This article provides a brief diachronic view of the way the Modern Hebrew adverb בכלל bixlal came to acquire multiple meanings and functions, through a combination of inheritance from Classical Hebrew uses and language contact with the Slavic languages during the period of Hebrew Revival. The path of this development corresponds to regular changes documented in other languages.
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- Author or Editor: Avigail Tsirkin-Sadan x
Lubling, Michael and Tsirkin-Sadan, Avigail
Aynat Rubinstein, Ivy Sichel and Avigail Tsirkin-Sadan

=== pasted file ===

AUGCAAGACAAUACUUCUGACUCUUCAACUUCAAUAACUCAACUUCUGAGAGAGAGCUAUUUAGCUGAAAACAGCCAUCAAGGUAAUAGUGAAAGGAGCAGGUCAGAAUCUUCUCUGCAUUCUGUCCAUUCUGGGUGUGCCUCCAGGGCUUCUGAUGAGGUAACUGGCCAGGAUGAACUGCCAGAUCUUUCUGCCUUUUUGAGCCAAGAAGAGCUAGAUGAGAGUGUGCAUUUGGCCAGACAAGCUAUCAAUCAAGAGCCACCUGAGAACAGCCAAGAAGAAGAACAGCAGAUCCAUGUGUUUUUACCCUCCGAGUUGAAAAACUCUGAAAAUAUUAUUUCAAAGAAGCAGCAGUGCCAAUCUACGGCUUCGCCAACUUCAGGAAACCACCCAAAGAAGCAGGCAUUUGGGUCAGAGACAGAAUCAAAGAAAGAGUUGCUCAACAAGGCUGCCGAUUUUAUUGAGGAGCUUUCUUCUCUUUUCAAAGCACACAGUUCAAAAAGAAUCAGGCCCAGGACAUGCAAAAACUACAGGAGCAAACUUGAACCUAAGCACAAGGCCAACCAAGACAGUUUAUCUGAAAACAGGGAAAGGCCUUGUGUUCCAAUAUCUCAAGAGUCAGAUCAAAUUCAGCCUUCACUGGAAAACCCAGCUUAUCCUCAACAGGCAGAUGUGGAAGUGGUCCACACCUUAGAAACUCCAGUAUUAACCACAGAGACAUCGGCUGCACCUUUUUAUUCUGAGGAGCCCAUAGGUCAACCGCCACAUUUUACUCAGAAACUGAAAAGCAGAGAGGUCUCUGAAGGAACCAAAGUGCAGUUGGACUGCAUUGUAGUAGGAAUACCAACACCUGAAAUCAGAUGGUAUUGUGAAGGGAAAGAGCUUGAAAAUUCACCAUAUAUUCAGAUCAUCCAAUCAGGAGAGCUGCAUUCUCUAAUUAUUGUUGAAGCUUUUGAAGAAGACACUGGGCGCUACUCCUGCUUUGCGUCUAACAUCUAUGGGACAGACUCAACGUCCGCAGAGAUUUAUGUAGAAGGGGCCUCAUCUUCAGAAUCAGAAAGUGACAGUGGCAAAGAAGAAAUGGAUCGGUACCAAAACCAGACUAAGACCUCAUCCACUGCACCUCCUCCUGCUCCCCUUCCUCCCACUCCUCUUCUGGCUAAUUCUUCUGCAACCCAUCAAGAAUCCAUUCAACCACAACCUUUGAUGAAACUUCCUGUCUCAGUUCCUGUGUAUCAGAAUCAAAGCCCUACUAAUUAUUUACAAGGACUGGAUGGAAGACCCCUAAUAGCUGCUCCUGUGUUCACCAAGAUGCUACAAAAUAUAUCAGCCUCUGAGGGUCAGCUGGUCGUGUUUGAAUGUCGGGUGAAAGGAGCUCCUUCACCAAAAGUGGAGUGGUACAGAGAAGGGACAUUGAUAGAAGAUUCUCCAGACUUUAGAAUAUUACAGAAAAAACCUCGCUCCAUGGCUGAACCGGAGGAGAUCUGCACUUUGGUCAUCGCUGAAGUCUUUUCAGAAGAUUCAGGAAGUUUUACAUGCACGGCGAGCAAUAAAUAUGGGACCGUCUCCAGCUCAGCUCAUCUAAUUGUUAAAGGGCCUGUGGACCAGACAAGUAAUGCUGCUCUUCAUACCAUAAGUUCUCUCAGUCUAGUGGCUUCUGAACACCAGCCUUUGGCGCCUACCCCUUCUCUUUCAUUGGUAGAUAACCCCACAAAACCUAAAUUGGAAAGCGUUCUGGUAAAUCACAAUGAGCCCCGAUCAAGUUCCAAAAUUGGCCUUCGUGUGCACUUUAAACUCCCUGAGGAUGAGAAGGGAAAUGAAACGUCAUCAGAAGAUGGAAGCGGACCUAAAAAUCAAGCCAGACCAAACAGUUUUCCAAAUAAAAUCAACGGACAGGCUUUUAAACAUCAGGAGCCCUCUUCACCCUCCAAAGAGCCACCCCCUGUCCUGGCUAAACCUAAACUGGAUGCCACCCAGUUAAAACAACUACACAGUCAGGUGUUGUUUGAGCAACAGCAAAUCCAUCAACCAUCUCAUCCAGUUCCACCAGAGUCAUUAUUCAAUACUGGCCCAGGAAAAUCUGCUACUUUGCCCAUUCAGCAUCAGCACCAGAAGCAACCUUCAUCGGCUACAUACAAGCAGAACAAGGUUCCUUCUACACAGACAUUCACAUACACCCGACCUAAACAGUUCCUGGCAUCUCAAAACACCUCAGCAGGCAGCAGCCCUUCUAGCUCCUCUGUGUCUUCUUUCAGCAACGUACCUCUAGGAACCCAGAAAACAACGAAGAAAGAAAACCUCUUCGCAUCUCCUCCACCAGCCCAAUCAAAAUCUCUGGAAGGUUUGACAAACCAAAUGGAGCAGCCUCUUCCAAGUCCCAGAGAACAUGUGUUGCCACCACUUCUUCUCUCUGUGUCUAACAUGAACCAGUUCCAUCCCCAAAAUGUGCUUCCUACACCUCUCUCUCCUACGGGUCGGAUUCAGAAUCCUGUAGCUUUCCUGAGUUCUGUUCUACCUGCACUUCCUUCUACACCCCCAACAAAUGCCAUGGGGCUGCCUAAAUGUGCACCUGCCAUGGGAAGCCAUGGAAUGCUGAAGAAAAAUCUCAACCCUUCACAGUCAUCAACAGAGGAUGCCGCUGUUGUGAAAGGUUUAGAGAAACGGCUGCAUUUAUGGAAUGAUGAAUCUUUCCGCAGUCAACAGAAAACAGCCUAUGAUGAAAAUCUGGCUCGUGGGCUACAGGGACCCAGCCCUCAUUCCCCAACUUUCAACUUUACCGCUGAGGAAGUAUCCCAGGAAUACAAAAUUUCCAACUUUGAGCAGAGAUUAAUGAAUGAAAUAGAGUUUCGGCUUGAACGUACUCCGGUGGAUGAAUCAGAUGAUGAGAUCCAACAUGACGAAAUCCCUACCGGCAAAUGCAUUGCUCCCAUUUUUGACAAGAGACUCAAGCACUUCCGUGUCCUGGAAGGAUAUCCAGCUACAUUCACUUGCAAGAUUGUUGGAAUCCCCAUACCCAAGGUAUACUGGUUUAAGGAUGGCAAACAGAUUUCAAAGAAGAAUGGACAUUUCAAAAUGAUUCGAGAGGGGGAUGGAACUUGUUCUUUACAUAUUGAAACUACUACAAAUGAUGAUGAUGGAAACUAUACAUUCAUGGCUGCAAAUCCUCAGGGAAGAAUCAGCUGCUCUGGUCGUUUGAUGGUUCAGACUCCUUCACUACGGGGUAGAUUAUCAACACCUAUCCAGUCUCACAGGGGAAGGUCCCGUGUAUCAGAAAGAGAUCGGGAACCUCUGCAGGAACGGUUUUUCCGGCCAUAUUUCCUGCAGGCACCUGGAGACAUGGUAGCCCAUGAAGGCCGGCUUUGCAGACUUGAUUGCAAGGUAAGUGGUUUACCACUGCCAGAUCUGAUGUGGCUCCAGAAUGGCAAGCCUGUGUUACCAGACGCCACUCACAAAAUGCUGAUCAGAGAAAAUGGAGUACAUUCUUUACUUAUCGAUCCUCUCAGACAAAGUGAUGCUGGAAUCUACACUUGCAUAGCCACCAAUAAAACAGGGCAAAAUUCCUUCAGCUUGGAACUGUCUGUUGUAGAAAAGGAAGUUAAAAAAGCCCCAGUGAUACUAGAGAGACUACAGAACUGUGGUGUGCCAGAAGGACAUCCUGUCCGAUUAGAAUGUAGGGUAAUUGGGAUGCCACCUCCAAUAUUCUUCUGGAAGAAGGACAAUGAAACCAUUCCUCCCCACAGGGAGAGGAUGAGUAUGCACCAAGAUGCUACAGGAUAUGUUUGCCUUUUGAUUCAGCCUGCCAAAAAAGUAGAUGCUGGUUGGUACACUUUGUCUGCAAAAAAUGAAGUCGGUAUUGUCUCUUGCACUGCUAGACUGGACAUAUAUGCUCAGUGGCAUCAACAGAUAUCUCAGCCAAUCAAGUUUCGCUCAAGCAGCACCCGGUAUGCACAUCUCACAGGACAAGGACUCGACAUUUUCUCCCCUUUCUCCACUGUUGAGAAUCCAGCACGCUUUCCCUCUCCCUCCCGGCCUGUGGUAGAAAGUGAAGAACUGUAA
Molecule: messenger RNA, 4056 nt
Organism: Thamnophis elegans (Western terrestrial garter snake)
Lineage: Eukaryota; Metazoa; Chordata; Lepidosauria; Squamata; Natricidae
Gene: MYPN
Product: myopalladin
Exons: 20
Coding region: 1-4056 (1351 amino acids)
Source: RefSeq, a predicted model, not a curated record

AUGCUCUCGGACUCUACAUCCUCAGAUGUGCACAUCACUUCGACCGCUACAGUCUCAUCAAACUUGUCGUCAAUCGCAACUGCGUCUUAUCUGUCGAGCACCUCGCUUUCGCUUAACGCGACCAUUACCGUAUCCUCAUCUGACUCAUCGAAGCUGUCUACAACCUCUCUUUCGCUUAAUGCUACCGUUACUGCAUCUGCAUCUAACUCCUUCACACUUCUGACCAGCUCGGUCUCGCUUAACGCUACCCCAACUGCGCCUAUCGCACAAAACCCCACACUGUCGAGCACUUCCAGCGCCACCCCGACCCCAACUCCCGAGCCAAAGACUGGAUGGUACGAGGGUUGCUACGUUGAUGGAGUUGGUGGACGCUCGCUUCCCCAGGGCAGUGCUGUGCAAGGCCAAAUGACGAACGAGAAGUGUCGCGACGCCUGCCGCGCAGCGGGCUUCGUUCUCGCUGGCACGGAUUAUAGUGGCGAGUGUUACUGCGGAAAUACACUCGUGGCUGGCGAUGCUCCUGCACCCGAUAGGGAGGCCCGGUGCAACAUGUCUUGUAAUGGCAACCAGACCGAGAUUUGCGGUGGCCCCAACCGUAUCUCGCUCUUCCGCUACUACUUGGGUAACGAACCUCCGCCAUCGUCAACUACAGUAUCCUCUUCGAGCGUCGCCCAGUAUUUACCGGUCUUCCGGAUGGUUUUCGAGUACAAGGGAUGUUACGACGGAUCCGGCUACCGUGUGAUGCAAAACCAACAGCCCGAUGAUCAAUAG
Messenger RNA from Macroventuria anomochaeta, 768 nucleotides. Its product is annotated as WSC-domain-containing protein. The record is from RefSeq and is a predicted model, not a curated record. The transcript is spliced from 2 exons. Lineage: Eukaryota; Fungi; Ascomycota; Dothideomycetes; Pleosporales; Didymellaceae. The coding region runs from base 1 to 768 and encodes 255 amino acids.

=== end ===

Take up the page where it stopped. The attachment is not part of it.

In this article, we survey a variety of constructions in contemporary Modern Hebrew that include seemingly superfluous instances of negation. These include free relatives, exclamative rhetorical questions, clausal complements of ‘until,’ ‘without,’ and ‘before,’ clausal complements of ‘fear’-type verbs, after negated ‘surprise,’ and the complement of ‘almost’ (a construction by now obsolete). We identify possible sources for these constructions in pre-modern varieties of Hebrew. When an earlier source cannot be found, we examine earliest attestations of the constructions in modern-era corpora and consider the role of contact (primarily with Yiddish and Slavic) in their development.